The art of running recovery

What you do after training will affect how well you complete the next session, says performance coach Nick Grantham.

Recovery is a key component of any training programme. The faster you recover, the better able you’ll be to complete the next training session, and this becomes even more crucial when the plan you’re following includes several sessions per week. ‘Training creates a physiological stress on your body and it disturbs homeostasis at a cellular level,’ says Nick Grantham, an elite coach who has worked with Olympic athletes and Premier League footballers. 

‘A tough training session can result in low-grade systemic inflammatory responses. These responses can sometimes stick around for up to five days and during this time your immune system can be impaired, leaving you more susceptible to injury and illness,’ he says. This might sound alarming but you can reduce your chances of experiencing negative effects by creating a simple recovery and regeneration strategy. 

Get plenty of sleep

‘Sleep is one of the most important forms of rest and provides time for you to adapt to the physical and mental demands of training,’ says Grantham. ‘Sleep deprivation can result in a loss of performance, both from a single bad night’s sleep and from an accumulation of poor sleep over the course of successive nights. Cutting back on your sleep over the course of a week could push you into sleep debt and negatively impact performance.’ 

Eat well

‘This is one of the cornerstones of a comprehensive recovery and regeneration strategy and can be used to optimise training and performance,’ says Grantham. ‘A solid approach to refuelling and rehydrating will have a positive impact on your response to exercise in terms of hormone and muscle function. Get the following basics right:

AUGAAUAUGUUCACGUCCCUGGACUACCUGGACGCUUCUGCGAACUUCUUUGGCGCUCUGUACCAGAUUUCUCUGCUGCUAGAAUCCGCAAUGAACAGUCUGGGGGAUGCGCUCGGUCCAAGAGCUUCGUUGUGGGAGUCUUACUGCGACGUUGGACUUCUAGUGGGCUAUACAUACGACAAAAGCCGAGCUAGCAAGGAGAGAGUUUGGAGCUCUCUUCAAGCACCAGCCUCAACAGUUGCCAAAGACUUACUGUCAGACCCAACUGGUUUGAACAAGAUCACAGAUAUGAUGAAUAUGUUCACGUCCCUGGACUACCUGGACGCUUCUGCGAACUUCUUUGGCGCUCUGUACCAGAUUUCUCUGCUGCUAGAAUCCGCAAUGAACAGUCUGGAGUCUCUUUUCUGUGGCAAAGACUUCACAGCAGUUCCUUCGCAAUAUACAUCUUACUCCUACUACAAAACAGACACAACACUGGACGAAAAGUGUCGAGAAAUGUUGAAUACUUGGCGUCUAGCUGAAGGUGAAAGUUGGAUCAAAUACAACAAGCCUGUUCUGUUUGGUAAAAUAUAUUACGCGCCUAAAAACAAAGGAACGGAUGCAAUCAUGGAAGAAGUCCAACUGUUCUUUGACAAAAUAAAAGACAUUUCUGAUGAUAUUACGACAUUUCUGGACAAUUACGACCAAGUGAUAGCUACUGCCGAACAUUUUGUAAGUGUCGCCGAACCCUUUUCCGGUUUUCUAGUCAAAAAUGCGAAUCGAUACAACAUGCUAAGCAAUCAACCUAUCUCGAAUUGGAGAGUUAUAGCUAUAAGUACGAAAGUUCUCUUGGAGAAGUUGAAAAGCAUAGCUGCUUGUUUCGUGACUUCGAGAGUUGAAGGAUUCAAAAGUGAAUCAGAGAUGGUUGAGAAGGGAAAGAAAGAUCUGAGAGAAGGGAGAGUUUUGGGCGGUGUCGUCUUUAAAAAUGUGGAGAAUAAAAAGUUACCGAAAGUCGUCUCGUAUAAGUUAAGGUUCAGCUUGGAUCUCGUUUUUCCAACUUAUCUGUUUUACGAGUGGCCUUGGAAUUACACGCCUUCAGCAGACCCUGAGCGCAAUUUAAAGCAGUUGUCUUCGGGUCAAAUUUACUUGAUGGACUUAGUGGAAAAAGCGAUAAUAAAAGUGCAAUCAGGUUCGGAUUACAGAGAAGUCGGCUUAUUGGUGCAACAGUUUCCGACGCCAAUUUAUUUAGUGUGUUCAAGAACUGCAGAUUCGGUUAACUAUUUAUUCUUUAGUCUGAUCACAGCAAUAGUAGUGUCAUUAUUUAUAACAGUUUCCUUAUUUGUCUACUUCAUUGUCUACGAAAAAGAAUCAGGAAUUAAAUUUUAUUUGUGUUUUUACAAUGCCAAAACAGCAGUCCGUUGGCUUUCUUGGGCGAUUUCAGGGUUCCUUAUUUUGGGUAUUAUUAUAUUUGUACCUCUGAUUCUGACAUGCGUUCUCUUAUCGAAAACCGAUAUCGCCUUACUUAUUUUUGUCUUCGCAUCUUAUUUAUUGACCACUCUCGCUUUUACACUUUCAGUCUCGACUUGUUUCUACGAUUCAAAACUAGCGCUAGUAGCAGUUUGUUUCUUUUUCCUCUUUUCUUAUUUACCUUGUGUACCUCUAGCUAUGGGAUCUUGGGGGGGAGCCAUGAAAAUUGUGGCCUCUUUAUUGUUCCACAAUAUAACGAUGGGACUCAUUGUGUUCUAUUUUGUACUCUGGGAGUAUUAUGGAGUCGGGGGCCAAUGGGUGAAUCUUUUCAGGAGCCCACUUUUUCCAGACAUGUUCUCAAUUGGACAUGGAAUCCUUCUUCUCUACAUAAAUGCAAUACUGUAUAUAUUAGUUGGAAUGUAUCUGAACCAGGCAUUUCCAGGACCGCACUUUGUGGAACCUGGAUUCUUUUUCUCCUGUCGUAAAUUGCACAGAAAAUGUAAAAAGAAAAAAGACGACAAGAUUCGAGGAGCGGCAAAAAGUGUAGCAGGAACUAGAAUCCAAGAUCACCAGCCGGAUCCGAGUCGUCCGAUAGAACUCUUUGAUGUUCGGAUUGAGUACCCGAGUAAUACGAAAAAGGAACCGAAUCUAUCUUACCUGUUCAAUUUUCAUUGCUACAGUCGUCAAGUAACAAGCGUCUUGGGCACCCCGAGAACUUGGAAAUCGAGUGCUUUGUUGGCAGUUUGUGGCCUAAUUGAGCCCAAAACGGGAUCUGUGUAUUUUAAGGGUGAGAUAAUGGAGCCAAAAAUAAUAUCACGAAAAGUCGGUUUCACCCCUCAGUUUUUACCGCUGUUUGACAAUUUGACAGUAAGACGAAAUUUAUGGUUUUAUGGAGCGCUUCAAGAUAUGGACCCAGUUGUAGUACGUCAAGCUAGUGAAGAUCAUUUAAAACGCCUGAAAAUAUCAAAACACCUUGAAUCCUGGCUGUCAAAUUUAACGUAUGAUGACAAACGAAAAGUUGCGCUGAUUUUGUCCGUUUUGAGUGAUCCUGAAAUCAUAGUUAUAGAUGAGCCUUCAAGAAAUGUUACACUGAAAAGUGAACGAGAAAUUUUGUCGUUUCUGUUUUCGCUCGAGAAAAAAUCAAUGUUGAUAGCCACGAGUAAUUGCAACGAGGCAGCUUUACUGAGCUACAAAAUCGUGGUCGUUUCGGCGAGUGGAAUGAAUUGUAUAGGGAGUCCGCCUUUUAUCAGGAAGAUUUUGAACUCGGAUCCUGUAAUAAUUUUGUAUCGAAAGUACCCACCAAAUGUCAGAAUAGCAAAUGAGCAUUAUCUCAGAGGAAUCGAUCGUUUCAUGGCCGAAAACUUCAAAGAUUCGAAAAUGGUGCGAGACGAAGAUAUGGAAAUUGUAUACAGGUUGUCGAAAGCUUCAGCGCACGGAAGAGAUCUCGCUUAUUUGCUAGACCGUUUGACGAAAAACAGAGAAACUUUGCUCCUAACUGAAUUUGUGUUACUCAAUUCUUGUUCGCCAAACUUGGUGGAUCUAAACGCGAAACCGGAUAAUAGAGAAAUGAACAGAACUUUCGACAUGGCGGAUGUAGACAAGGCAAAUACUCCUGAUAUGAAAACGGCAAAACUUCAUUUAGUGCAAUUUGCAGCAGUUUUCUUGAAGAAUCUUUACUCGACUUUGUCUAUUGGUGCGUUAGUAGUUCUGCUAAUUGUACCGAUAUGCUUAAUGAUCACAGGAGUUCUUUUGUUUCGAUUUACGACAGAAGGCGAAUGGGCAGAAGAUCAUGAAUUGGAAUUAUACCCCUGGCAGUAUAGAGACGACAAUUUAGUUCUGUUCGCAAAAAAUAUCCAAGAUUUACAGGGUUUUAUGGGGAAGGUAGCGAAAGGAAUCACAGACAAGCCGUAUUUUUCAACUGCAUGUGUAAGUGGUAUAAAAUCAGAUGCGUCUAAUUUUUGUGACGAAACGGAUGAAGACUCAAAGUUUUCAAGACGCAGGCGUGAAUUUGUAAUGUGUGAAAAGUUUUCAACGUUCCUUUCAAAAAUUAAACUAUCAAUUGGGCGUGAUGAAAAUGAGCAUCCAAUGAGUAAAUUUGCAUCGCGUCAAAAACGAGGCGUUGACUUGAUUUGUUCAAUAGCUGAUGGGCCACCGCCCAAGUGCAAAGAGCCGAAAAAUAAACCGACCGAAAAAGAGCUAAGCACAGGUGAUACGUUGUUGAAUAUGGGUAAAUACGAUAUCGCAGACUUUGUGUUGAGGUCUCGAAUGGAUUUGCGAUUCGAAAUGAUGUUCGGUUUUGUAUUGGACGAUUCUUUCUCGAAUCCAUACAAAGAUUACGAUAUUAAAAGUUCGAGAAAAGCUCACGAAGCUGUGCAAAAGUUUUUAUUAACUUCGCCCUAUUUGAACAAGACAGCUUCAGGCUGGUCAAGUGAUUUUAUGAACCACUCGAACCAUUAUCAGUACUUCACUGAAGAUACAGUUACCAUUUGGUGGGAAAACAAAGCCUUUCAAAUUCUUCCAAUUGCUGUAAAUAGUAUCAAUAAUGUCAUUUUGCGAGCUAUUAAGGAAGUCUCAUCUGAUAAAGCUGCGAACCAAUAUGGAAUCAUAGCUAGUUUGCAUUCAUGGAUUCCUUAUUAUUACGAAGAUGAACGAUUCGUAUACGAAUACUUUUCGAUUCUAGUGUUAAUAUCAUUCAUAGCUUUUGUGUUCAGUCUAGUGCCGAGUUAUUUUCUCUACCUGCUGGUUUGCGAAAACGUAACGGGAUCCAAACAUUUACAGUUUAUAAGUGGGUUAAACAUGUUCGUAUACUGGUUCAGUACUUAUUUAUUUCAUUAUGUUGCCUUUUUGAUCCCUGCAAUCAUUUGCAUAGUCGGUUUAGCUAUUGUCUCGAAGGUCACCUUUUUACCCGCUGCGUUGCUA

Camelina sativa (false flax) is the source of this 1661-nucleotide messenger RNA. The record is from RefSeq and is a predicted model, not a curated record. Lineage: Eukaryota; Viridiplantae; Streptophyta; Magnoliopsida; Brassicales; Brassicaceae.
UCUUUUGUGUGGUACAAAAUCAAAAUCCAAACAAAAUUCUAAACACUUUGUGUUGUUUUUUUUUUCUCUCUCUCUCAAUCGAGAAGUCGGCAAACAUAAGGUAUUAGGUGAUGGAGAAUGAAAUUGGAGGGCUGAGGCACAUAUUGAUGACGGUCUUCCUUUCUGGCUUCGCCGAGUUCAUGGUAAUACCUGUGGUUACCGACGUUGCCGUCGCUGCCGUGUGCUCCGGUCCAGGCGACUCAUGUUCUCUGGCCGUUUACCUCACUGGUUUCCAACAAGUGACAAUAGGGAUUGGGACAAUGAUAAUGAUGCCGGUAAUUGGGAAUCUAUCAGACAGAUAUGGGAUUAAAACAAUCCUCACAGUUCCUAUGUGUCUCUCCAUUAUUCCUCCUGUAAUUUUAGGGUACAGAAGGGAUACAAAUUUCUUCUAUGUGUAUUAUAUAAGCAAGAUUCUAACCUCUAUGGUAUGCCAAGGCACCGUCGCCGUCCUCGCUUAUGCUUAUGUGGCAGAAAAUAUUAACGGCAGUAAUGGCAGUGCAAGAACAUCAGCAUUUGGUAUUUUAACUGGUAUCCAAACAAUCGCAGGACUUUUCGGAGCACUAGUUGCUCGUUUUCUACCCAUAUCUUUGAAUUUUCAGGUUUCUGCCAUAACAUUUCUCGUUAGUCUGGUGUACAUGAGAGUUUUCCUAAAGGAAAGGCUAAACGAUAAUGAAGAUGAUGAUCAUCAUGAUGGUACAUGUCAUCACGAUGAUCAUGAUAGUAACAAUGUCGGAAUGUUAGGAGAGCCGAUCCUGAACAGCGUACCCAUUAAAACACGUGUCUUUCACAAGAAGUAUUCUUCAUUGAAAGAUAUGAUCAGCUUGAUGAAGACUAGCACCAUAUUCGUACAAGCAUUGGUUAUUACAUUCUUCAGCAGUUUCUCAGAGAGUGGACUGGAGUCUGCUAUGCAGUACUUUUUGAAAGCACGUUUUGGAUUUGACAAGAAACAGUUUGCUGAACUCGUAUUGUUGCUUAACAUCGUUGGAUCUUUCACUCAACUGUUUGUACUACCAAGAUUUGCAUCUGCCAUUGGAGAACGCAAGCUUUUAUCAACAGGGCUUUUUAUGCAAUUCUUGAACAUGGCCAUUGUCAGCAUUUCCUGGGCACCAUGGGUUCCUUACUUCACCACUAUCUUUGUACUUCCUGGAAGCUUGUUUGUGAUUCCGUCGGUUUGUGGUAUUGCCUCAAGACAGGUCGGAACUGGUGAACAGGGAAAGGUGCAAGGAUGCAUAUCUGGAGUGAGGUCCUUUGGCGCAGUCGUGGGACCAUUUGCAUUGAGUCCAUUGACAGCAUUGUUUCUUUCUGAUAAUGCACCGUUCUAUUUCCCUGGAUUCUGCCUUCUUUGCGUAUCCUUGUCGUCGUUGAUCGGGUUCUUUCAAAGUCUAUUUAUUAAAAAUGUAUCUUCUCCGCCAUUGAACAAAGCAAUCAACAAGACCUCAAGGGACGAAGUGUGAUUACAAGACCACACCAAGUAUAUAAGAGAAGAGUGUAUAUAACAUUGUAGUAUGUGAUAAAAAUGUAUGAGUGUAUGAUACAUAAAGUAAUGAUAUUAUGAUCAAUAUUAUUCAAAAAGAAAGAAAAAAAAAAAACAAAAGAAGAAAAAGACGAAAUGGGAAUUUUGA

1 Eat regularly

2 Go easy on sugar and processed food

3 Eat plenty of fruit and vegetables

4 Drink plenty of water 

Invest in a massage

‘There is an increasing use of massage in the recovery strategies of high-performance athletes and it is becoming increasingly popular for recreational athletes too,’ says Grantham. ‘The physical benefits may include increased blood flow, enhanced oxygen and nutrient delivery to fatigued muscles, increased removal of lactic acid and improving mobility. The psychological benefits should also not be underestimated and may include improved mood state.’ 

Don’t forget to cool down

‘The cool down is a group of exercises performed immediately after training to provide a period of adjustment between exercise and rest,’ says Grantham. ‘It’s probably the most neglected part of a training session but you omit it at your peril. Implementing a proper cool down will improve muscle relaxation, remove waste products, reduce muscle soreness and bring the cardiovascular system back to resting levels.’ 

Try a pool session

‘Swimming pools provide an excellent environment in which to conduct a recovery session,’ says Grantham. ‘Water provides buoyancy and resistance properties that allow you to complete training with minimal impact on the body. Many experts recommend completing a 20-minute pool-based recovery session the day after a tough training session or event.’ 

For more on Nick, visit  .

Print this page